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How to bottle feed a baby

No matter if it’s using formula, doing a bit of both or bottle feeding expressed breast milk, it’s important now how to bottle feed a newborn baby properly. As a new parent, this can seem like a challenge but we have everything to make you feel more comfortable and at ease about it. It's not just the mother who should learn how to bottle feed. It's important that partners and other family members also get involved

Newborn bottle feeding & formula

If you start using bottles right from the start of your baby’s life, they should adjust to it very quickly. This comes naturally to the majority of newborns and should be quite an easy process. It can become a little bit more challenging for parents who decide they’d like to breast feed and bottle feed as your baby can take a little longer to adjust. However, it’s important to not give up, your baby will work this out eventually.

Newborn babies tend to only drink very small amounts in their early stages of development. As they get bigger, they will require more milk to keep up with their development. Bottle feeding is a good way of seeing how much your baby is consuming.

how to bottle feed a baby

When to introduce a bottle to your newborn baby

If you decide to only bottle feed your baby throughout their development, you should get them used to a bottle right away. This can begin from birth and will allow your baby to adjust quickly.

If you decide to breastfeed your newborn baby, it’s also important to introduce them to a bottle too. This is because you might not be in the position all of the time to breastfeed your baby so they will need to drink your expressed break milk from a bottle. When you have your baby, you should focus on just breastfeeding for around 3 weeks. This is to get your baby used to doing this before introducing any other ways. 

If you introduce a bottle too soon, it can interfere with the progress of breastfeeding and it may cause your baby to feel confused. However, if you leave it too long before you introduce a bottle, your baby will get too used of the breast and will struggle to feed with a bottle.

Timing is key, it’s important that you don’t leave it too long or change up the routine too much in the early stages. Make sure you also use the same formula for your baby. Your baby will get used to what they're drinking and changing the formula can complicate things.

How do I know if my newborn baby is hungry for milk?

It’s some parents worst fear. How will you know when your baby needs feeding and how do you know they’re satisfied? There are signs you can look out for that will tell you if your baby is getting hungry. You shouldn’t wait for your baby to cry to be fed as these two actions can start to be associated with each other. We’ve listed a few ways you can tell if your baby needs feeding:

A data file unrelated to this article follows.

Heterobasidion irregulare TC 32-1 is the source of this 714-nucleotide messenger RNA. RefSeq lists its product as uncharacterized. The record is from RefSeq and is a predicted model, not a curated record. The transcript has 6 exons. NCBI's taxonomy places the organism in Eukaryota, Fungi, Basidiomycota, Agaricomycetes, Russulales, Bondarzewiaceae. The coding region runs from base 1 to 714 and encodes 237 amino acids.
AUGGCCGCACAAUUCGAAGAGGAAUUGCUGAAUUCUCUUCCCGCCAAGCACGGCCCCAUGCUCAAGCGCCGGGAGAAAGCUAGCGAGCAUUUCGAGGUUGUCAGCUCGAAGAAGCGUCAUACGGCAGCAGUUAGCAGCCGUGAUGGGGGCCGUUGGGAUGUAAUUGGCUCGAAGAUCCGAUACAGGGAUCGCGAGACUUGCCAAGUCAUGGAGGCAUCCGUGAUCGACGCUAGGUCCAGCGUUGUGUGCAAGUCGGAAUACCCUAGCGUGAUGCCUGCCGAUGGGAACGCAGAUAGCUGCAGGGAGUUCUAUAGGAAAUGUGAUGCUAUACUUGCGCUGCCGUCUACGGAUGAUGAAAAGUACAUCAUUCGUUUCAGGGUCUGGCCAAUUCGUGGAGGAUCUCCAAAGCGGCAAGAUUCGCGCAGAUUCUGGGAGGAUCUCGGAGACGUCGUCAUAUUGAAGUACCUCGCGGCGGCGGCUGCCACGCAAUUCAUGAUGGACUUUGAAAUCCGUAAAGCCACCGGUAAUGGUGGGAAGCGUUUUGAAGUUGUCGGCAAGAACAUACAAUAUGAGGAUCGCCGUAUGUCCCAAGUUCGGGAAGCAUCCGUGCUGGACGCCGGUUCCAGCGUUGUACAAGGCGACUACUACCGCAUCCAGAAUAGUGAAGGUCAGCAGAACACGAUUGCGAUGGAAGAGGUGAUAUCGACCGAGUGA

• Rubbing or pushing up against your breasts
  • Sucking on fingers 
  • Sticking their tongue out – this can be because they are sucking on their tongue
  • Making noises with their lips
how to bottle feed a baby

How to bottle feed a newborn baby

We’ve told you how you’ll know when your baby is hungry and how quickly you should introduce a bottle to them, but now you need to know how you actually feed them. It’s not a silly question, if you’ve never done it before then how would you know what to do? It may look simple when you see others do it but all babies are different.

Some will easily take to a bottle right away but others can take a little longer to grasp onto it. This is normal and doesn't mean your bottle feeding technique is wrong. We’ve got some great tips for you to follow.

Bottle feeds: Do…

  • DO stroke your baby’s cheek to encourage them to root.

Familiarise your baby with certain actions that will tell them they are about to be fed. A good one to try is stroking their cheek with your finger or the top of the bottle. This will encourage them to turn their head in the direction of the stroke and grasp onto the bottle. If your baby doesn’t turn her or his head, trying putting a drop of milk on their lips to let them know what time it is.

  • DO hold the bottle correctly.

When you feed your baby, you need to make sure you tilt the bottle enough so the whole nipple is filled with milk. If you allow gaps of air to fill the nipple, your baby can start swallowing this air and make them extremely gassy. This isn’t any fun for babies or parents as it makes the baby feel incredibly uncomfortable. 

There are angled bottles available to help you avoid this problem with air bubbles inside the milk. However, another good way of avoiding it is to keep your baby properly propped up during feeding instead of laying down. This will allow you to see the bottle more clearly and to identify if ther are any air bubbles in the nipple.